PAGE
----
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Model 54 with a custom stock questions
September 13, 2021
5:19 pm
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Forum Posts: 26
Member Since:
January 29, 2017
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I while ago a acquired this model 54 rifle serial # 9313. It has a nicely done custom stock which I think is pre ww2.

At first I thought it was made out of an inletted stock blank from Winchester. However after comparing it to a model 54 stock from

a 1928 manufactured rifle I see the inletting is quite different.

The rifle is also marked R.B.RODDA & CO. CALCUTTA between the rear sight and the receiver.

From what I can find out Rodda was established in the middle 1800’s in London, England as a retailer of high end firearms.

It appears they opened a store in Calcutta around the same time.

Does anybody have any ideas as to who the stock maker might be? I have some ideas but I haven’t looked

at enough custom stocks to be sure. Most of my information comes from Michael Pavlov’s two books.

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September 14, 2021
9:18 pm
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February 18, 2011
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Hi Tom in Michigan…  From John in ‘Beachy’ SoCal!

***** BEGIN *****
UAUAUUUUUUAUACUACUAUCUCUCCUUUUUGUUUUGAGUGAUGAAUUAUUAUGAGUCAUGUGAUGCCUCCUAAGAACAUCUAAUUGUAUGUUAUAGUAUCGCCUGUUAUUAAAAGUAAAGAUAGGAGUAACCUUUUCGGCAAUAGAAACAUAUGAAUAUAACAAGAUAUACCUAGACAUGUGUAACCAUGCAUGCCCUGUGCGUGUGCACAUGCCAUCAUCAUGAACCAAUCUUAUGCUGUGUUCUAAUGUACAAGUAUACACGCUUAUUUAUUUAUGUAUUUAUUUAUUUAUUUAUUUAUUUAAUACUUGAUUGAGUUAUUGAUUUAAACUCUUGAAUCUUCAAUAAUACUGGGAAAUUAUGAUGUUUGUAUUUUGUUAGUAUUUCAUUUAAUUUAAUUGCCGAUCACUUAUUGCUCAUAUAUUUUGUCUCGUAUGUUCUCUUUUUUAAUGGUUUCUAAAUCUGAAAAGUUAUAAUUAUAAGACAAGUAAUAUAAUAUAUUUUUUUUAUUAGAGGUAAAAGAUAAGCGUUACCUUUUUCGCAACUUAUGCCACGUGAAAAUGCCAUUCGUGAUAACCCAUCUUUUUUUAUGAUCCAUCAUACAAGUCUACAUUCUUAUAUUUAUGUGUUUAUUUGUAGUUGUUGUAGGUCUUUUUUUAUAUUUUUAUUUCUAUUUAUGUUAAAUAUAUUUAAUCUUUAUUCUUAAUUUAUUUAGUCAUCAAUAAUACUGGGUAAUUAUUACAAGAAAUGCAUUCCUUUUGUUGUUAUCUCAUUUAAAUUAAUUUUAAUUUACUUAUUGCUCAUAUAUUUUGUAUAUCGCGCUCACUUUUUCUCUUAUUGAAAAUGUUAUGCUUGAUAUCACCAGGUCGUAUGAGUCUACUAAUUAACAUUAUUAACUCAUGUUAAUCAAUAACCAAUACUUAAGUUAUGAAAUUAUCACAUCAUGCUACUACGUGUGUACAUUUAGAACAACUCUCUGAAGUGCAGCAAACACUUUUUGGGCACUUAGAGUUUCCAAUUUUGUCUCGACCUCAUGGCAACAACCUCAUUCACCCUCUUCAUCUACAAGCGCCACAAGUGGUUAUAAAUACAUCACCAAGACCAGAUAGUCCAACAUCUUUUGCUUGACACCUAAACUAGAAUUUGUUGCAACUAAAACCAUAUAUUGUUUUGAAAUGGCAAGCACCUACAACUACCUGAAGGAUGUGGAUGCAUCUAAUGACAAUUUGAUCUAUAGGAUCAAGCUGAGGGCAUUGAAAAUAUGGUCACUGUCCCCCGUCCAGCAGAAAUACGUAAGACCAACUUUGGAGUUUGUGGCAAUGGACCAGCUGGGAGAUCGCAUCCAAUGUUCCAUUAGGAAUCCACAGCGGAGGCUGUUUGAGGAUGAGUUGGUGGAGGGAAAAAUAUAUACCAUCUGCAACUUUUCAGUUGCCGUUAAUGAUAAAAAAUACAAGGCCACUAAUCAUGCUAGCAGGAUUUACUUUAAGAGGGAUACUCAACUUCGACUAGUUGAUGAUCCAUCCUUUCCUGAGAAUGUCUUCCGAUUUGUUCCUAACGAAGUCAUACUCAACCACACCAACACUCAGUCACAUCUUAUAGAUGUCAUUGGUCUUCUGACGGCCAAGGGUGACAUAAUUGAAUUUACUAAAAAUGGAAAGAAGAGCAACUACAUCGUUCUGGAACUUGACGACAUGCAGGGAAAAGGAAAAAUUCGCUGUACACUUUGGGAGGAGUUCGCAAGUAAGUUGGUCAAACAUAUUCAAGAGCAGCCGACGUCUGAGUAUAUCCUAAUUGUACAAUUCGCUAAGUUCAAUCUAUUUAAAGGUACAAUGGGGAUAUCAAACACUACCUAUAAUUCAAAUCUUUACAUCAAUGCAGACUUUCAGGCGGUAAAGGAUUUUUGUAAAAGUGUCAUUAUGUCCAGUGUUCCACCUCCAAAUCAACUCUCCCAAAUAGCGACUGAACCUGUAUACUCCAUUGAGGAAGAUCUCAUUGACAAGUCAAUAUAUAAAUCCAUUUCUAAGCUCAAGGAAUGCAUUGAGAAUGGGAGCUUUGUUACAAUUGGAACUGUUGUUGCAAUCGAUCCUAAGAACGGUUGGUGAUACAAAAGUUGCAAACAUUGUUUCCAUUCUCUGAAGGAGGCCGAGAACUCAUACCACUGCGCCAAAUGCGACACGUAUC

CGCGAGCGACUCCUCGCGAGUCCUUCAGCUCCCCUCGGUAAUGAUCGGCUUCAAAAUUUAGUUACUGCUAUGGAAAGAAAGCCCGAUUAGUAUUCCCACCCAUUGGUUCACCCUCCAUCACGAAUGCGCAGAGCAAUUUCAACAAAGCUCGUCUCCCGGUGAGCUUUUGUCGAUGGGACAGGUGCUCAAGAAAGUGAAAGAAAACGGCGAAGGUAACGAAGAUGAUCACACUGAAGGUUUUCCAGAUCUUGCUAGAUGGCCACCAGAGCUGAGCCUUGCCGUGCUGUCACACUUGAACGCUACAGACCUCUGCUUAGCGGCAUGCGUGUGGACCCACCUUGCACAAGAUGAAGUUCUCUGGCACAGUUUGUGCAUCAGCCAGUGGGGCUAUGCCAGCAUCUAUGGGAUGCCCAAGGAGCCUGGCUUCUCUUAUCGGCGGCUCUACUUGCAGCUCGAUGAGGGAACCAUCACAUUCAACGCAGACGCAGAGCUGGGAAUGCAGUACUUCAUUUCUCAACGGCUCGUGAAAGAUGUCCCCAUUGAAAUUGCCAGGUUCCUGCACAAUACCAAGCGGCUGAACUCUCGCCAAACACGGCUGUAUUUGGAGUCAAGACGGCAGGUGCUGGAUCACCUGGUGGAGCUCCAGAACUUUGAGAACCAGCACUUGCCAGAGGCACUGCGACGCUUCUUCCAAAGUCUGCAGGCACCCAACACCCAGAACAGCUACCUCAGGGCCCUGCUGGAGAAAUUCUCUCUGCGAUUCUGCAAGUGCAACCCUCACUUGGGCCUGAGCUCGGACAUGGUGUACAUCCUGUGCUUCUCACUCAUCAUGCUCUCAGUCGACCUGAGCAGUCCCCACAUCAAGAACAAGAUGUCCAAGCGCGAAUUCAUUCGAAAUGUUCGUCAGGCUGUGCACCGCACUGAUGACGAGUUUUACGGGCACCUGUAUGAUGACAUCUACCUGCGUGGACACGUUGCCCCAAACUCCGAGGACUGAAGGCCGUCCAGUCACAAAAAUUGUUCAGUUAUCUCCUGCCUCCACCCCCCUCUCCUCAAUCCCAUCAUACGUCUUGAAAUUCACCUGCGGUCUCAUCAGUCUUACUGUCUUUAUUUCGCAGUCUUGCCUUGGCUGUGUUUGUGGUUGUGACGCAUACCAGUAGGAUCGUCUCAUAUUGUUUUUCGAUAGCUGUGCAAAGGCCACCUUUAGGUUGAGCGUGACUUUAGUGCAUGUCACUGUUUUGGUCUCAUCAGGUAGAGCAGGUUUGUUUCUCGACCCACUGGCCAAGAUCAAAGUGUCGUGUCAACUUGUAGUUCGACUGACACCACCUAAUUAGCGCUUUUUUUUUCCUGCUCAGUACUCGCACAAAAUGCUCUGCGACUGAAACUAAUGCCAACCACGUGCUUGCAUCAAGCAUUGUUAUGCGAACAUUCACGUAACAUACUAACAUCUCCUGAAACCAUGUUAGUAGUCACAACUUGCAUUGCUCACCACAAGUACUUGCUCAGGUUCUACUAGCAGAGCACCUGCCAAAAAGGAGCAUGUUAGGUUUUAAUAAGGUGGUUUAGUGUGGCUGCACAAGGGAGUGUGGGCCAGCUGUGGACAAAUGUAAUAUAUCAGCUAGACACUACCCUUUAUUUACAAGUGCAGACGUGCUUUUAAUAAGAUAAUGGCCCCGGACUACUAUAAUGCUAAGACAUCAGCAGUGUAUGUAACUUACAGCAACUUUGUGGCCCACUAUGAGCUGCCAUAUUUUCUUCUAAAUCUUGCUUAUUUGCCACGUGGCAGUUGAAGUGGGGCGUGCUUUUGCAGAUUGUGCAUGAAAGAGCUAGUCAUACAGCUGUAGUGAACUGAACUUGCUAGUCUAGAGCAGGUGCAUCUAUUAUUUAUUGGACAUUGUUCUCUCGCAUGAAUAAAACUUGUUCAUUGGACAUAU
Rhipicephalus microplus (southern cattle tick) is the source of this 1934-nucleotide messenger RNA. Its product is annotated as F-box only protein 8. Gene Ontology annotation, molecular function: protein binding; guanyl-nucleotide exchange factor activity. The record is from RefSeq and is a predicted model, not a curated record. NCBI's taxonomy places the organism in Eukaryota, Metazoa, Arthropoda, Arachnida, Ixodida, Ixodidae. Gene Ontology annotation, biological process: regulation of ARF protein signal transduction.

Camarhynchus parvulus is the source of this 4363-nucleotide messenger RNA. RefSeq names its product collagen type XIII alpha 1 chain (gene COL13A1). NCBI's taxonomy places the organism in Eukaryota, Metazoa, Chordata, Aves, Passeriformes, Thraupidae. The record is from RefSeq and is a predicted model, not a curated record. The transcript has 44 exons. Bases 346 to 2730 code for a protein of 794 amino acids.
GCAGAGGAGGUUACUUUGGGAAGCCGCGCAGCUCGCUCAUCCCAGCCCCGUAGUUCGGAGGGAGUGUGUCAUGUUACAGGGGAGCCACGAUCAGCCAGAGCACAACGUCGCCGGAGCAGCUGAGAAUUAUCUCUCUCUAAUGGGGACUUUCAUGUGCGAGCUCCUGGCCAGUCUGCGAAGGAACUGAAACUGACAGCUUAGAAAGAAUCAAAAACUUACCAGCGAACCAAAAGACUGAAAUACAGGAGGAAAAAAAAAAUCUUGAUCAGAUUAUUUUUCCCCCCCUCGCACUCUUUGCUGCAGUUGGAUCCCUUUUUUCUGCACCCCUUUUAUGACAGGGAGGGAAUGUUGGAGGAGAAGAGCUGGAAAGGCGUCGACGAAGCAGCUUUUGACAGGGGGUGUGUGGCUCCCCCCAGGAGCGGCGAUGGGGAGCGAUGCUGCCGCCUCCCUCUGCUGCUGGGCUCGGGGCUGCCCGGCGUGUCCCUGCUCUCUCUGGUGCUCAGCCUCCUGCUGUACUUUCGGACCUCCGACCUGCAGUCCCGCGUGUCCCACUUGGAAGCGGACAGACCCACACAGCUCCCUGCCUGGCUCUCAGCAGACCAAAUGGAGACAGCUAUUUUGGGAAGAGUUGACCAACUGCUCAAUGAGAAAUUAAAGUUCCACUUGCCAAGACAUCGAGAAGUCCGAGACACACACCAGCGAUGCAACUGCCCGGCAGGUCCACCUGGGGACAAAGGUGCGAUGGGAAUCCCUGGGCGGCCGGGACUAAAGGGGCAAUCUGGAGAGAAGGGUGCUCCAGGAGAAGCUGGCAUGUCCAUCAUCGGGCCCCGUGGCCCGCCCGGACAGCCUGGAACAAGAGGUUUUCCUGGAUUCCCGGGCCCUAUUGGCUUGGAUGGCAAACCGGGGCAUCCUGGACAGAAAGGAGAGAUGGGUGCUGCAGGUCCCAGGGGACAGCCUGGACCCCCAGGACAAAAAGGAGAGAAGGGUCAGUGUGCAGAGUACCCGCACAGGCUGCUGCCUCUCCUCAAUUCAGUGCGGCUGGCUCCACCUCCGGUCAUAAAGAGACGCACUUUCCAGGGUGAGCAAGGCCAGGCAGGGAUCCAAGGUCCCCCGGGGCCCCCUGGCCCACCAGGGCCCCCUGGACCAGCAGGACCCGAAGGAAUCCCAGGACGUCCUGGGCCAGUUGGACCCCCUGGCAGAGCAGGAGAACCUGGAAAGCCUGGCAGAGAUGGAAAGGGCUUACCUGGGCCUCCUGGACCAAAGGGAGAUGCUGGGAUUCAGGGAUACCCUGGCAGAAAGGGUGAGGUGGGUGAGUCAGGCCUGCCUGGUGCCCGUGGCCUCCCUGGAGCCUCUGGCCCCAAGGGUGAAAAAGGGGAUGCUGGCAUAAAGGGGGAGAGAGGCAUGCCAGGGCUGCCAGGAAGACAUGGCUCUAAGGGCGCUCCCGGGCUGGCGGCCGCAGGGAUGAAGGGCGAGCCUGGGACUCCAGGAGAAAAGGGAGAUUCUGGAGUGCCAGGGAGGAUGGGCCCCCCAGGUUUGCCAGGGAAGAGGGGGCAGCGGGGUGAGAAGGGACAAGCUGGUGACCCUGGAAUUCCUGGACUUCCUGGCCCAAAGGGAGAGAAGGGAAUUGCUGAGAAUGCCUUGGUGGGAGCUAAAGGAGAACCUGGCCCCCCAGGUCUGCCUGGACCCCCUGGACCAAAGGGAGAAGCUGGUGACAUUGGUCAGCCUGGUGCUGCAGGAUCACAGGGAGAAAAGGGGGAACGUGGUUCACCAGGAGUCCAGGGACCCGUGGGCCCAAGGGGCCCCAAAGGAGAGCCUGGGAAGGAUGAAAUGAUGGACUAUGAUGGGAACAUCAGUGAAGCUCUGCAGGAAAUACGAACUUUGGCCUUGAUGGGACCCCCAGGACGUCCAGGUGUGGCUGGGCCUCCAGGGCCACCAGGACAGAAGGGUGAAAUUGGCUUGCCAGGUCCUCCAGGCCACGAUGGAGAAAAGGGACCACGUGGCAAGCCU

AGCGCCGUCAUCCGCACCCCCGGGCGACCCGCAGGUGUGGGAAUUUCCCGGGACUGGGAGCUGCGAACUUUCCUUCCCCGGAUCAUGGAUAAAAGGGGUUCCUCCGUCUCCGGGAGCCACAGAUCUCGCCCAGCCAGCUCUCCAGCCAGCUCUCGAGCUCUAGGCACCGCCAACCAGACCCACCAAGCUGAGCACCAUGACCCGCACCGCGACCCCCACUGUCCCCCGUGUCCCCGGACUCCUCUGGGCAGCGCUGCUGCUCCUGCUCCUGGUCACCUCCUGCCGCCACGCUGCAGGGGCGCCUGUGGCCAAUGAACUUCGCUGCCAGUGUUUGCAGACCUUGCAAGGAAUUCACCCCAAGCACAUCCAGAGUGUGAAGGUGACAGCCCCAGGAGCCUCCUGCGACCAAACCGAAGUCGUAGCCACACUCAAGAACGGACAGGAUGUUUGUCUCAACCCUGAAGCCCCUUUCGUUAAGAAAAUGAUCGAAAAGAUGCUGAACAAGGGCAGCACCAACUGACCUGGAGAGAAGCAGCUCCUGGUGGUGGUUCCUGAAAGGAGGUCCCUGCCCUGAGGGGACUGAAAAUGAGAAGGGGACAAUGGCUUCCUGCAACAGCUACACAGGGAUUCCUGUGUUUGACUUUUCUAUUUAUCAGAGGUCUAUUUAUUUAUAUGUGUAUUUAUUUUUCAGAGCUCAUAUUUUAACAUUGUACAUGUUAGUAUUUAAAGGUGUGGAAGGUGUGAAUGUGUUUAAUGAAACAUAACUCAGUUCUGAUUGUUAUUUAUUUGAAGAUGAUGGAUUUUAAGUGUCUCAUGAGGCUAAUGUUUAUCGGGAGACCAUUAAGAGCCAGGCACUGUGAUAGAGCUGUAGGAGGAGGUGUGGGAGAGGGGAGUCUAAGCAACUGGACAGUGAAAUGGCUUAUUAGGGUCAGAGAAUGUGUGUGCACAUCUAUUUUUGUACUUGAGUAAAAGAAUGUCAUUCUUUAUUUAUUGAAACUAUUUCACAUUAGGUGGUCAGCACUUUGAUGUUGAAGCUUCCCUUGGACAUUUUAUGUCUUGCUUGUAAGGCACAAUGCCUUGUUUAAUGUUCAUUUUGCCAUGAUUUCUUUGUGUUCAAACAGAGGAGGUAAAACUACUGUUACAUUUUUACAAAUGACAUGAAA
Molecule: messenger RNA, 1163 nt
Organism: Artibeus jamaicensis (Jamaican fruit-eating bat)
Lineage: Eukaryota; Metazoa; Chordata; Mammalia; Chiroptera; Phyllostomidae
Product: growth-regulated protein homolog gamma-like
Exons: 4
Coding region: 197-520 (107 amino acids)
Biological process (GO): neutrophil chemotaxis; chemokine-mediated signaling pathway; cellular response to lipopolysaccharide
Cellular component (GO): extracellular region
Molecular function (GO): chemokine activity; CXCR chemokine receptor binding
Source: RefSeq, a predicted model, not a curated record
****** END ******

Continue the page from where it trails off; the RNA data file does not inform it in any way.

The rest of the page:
Diving right in!  As to “who made the stock…”  I can’t answer your question.  Also to add another element of “when”?  Only my opinion(s) follow. 

I don’t seen any “signature element” about the stock other than high quality. Viewing it, reminds me of some of Sedgley’s later work or Griffin & Howe possibly too.  Stoeger offered “Peerless” brand custom stocks as well as Belding & Mull. I believe one of my Model 30 Remington rifles is in such latter brand configuration.  Yet, frankly it doesn’t ‘hold a candle’ to the handsome stock you present to us!  Factually, your reflected stock, might well be the product of a custom stock maker in Europe or the States.  Within ‘possibility’, – about anywhere!  The handsome ‘shallow arc’ of the pistol grip looks of the earlier classic style faded by thirties. Such, combined with the wider forend of thirties  plus era.  Yet in custom, according to customer tastes, whenever!  I definitely like that shallow grip element. The sling swivels, ‘if original’ to the stock, definitely mid to latter thirties + era! The butt plate, later era Model 54 than your early Model 54 metal to suggest. Swivels, later Model 54 as on Model 70.  Yours originally, “hook” style.

There are no particular clues I can see in such early genre Model 54 metal with which it’s joined. Looking pretty standard if in quite nice shape too.  Hopefully ‘no extra holes’, though in custom state…!  Serial and sights reflective of typical early model version.  The Lyman 48 is indeed early and may have been “factory” offering .  I can’t quite read the elevation legend, but if it’s 150 yards, that’s the first Lyman Model 48 version, from about 1917 to perhaps latter twenties???  (Don’t ever contemplate removing it – the residual ‘naked inletting scar’ is horrendous!)   That early Lyman 48, bit less common and more pricey nowadays than the two later models. 

The Model 54 in Super Grade didn’t debut, to recollection, until 1934. By then, the latter stock “NRA Model” in place several years and your stock much more on that pattern!  Possibly some astute, visionary owner specification as ostensibly disdaining the original schnabel stock with its inherently poorer ergonomic characteristics.